Democracy Now! - August 12, 2015

At the Venice Biennale, the oldest and most prestigious international biennial art exhibition in the world, we speak with one of the most celebrated Palestinian artists, Emily Jacir. In 2007, she won the Golden Lion here at the Venice Biennale for her work "Material for a Film," a large-scale installation based on the life of Palestinian writer Wael Zuaiter, who was assassinated near his home in Rome, Italy, by Israeli Mossad agents in 1972. For years Jacir has created groundbreaking art to capture the Palestinian experience and other issues. In 2001, she presented a piece titled "Memorial to 418 Palestinian Villages Destroyed, Depopulated, and Occupied by Israel in 1948," consisting of a large refugee tent on which the names of 418 Palestinians villages were embroidered. She later did a project called "ex libris" that commemorated the approximately 30,000 books from Palestinian homes, libraries and institutions that were looted by Israeli authorities in 1948.

We are on the road in Venice, Italy, the site of the Venice Biennale, the oldest and most prestigious international biennial art exhibition in the world. We are broadcasting from the Creative Time Summit here at the Venice Biennale, which on Tuesday featured a public discussion between Afghan President Ashraf Ghani and his daughter, the acclaimed artist Mariam Ghani, who is based in Brooklyn. She joins us to discuss how she has worked for the past decade on a number of art projects looking at how the United States responded to the Sept. 11 attacks. Along with the artist Chitra Ganesh, Ghani created an "Index of the Disappeared" — a physical archive documenting post-9/11 detentions, deportations and renditions. Ghani and Ganesh also created "The Guantanamo Effect" — an interactive digital archive defining, illustrating and linking key terms and events in the so-called global war on terror.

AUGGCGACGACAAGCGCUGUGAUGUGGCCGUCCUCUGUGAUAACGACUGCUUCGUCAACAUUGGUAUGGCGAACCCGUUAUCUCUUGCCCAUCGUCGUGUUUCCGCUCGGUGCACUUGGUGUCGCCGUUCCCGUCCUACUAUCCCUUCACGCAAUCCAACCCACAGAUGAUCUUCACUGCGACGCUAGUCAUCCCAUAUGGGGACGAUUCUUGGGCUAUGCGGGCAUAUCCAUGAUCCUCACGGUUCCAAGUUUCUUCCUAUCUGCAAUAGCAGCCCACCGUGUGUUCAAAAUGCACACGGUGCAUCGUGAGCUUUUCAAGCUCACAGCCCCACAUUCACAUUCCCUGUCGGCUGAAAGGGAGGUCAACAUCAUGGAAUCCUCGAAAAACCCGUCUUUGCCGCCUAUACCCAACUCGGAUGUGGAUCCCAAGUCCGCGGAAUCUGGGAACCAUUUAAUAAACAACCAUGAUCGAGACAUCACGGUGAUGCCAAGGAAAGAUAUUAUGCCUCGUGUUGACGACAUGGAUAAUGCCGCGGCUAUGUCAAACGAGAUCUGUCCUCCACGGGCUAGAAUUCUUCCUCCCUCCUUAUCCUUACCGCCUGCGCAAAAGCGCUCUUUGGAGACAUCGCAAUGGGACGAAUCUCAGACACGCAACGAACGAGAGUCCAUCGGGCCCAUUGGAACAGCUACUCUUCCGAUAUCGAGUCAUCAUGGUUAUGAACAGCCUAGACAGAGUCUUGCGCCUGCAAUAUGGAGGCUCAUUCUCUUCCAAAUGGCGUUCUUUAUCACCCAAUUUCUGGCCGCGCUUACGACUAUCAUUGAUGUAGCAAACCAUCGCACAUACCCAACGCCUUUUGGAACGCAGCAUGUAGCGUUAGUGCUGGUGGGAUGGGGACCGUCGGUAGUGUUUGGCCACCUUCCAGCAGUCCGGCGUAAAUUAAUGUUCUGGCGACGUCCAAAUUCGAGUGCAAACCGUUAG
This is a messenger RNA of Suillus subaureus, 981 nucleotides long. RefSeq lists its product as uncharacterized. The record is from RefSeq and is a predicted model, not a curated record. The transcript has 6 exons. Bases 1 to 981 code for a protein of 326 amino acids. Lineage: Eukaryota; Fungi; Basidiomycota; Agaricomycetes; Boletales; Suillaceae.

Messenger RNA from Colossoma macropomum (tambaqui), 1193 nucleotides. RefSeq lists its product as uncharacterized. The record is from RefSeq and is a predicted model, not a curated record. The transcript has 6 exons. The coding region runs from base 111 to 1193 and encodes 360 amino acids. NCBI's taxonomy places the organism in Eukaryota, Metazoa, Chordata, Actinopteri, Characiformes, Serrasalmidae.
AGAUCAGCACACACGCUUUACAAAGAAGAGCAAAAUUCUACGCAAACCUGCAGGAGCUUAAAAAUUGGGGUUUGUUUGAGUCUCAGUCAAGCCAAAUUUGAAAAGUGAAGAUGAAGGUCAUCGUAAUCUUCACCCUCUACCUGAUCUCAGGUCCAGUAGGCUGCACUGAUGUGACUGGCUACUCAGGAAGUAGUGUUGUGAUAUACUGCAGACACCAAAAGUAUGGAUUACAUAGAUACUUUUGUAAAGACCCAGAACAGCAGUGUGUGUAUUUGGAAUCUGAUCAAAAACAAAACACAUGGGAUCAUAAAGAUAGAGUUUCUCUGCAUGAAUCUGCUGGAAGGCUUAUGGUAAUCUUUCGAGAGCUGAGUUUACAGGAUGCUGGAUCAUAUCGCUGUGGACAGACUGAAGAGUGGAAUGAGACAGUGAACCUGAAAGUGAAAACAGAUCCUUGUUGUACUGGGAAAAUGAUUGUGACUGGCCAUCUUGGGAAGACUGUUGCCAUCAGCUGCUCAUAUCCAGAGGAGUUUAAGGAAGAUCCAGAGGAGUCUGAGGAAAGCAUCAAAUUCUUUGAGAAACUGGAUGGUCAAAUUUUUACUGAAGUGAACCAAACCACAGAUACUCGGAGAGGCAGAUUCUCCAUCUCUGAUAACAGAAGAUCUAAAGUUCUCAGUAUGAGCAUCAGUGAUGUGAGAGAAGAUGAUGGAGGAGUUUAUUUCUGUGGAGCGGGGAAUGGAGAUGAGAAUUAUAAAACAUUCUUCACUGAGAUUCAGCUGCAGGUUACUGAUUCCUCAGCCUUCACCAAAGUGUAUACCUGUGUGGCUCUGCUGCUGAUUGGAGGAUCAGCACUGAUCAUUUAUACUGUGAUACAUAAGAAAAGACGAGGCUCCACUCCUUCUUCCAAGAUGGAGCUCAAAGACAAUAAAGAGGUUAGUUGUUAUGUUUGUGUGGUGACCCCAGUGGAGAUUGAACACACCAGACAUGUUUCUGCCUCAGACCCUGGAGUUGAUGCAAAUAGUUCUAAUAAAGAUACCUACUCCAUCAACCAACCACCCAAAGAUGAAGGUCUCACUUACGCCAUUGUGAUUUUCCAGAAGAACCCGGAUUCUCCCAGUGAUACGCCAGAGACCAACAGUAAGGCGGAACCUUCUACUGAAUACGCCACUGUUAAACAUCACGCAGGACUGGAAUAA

As Secretary of State John Kerry prepares to fly to Cuba for a ceremony Friday to open the U.S. Embassy in Havana, we speak with an artist here at the Venice Biennale who used art to challenge the U.S. embargo of Cuba. For his project called "Trading with the Enemy," Duke Riley spent four years planning and eight months breeding and homing a kit of 50 pigeons in Key West, Florida. His goal was to prove that pigeons could make the 90-mile flight from Havana back to Key West carrying Cuban Cohiba cigars, which are banned in the United States. Riley also installed video cameras on the pigeons. He began with 50 pigeons. Eleven returned.

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